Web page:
Either way, if your audience is presented with your words without the intended context, who can blame them for thinking you’re a terrible person who supports something terrible?
Blog posts don’t carry this risk: Long-form articles are very all-or-nothing.
Yes, you can still write carelessly. Yes, your audience can still misinterpret something. But this is always a risk with communication. Platforms like Twitter exacerbate the inherent risk with technical failures.
Without Furry Bloggers, We’re Left Out of the Conversation
There are a lot of bloggers and citizen journalists in the world. Every once in a while, one of them covers our community in a one-off article.
Not all bloggers are well-intentioned.
If we want the general public to stop acting shitty towards us (and especially towards younger furs), letting those bloggers have complete control over the public perception of our community is a huge fail.
Is There Already a Furry Blog Community?
Yes, but it’s not very large (yet).
The only furry blogs I’ve seen in the past few months (n.b. since I started Dhole Moments in April 2020) include:
- Dogpatch Press
- Eduardo Soliz
- Furry Times
- Furry Writers’ Guild
- Radicoon Register
- Rune’s Furry Blog
- The Productive Wuff
- Tiger Tales
- YellowZebra Sports
The furry fandom has a population easily in excess of 1 million worldwide, yet only about a dozen of us are actively blogging in 2020.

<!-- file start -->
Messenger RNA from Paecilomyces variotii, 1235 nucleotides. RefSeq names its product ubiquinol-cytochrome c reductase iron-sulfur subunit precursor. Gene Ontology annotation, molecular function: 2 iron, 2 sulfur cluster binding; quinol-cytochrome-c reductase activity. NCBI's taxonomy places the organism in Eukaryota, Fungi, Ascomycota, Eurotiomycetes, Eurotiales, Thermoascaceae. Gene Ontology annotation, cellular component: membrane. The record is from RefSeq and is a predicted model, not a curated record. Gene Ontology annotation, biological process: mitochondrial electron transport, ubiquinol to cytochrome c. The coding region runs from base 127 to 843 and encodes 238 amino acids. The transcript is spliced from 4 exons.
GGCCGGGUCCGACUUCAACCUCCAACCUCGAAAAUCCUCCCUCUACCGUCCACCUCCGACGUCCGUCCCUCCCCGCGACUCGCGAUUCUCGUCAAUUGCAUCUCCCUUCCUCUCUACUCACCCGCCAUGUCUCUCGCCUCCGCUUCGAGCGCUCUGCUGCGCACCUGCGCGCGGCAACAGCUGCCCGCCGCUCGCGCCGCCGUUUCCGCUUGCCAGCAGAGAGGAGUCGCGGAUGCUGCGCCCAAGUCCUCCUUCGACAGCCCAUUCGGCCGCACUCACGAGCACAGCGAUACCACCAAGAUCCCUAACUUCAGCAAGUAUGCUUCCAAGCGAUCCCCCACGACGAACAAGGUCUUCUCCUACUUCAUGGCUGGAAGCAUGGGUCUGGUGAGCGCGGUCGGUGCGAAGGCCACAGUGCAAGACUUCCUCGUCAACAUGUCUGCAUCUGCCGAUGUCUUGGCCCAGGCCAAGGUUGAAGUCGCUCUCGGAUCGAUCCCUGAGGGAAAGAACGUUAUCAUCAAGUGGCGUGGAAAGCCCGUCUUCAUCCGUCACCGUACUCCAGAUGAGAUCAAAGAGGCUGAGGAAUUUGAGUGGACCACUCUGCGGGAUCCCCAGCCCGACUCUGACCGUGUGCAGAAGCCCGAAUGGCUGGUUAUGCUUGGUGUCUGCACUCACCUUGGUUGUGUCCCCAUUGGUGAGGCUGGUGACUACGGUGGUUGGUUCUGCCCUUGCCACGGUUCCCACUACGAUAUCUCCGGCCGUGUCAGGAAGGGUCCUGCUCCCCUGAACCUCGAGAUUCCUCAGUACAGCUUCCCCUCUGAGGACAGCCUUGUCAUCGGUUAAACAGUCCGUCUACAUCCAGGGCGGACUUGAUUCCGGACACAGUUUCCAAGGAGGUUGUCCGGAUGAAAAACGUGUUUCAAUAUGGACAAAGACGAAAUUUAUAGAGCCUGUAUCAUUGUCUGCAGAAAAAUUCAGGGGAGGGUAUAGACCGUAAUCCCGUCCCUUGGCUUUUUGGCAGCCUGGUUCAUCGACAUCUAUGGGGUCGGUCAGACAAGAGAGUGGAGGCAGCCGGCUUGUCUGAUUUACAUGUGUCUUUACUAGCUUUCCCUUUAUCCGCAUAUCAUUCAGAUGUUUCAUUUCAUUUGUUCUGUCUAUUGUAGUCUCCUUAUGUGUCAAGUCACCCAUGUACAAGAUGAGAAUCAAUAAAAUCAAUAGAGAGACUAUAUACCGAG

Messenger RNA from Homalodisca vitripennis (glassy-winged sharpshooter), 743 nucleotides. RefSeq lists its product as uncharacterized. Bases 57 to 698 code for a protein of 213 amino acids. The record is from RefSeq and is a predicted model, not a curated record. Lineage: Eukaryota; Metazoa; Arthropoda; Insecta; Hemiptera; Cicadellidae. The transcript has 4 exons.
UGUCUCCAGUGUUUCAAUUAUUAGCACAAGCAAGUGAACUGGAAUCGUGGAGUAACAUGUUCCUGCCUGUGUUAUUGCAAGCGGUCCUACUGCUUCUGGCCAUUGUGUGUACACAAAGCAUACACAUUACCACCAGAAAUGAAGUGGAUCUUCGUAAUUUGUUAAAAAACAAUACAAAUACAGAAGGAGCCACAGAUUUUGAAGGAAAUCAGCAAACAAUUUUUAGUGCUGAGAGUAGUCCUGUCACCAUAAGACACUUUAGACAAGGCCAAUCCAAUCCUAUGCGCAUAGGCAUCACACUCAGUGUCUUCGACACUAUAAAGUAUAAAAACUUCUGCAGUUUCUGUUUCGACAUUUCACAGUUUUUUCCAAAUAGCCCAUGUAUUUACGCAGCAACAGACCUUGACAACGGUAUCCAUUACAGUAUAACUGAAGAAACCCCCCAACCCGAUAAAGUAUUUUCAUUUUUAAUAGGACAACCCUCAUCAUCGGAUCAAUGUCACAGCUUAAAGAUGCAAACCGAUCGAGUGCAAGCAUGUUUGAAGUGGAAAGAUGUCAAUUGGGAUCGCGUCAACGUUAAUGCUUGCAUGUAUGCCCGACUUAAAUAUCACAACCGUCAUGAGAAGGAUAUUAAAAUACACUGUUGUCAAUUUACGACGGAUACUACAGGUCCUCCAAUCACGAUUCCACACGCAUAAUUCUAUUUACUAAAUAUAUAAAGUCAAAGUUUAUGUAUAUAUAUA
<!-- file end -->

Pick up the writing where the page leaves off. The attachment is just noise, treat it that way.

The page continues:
But My Interests Are Too Niche, Nobody Will Ever Want to Read About Them!
You have no way of knowing that unless you try!
I mostly write about cryptography, which isn’t exactly the most popular topic to read about on the Internet. And yet:
Regardless of how boring you might think your interests are to other people, writing about them is a win-win because:
- Blogging is an excellent way to express your passion for your interests.
- Writing is a skill that tends to improve with experience and deliberate practice.
- You will eventually find other people who share your interests, especially if one of your blog posts ranks high on search engines for oddly-specific search queries.
There’s almost no reason not to blog.
(Laziness isn’t a valid reason; they’re extremely easy to set up and most of you were already sharing content on social media websites to begin with.)
How Dhole Moments Will Help
Whether you’ve been convinced to start a blog by this article, or already had one and have been neglecting it, I want to help you get started.
If you’re a furry who wants to blog, let me know your blog exists and I will feature one article from your blog in that category.
Disclaimer: If you support racism, homophobia, transphobia, etc. you are not welcome to be featured on Dhole Moments, and can in fact go fuck yourself.
Header art was made by me! Isn’t it terrible? Now you know why I commission artists instead of trying to draw stuff myself.
But I chose to use my own sketches to illustrate a point with this article: It doesn’t matter very much if you’re not presently very good at something. Sure, if you do it, you’ll certainly improve your skills, but more importantly:
Impostor syndrome sucks, and we do everyone a service by resisting it within ourselves. It’s okay if your earliest blog posts are a little shitty.
If you want to make an impact on the world, you don’t have to be perfect, you just have to consistently show up.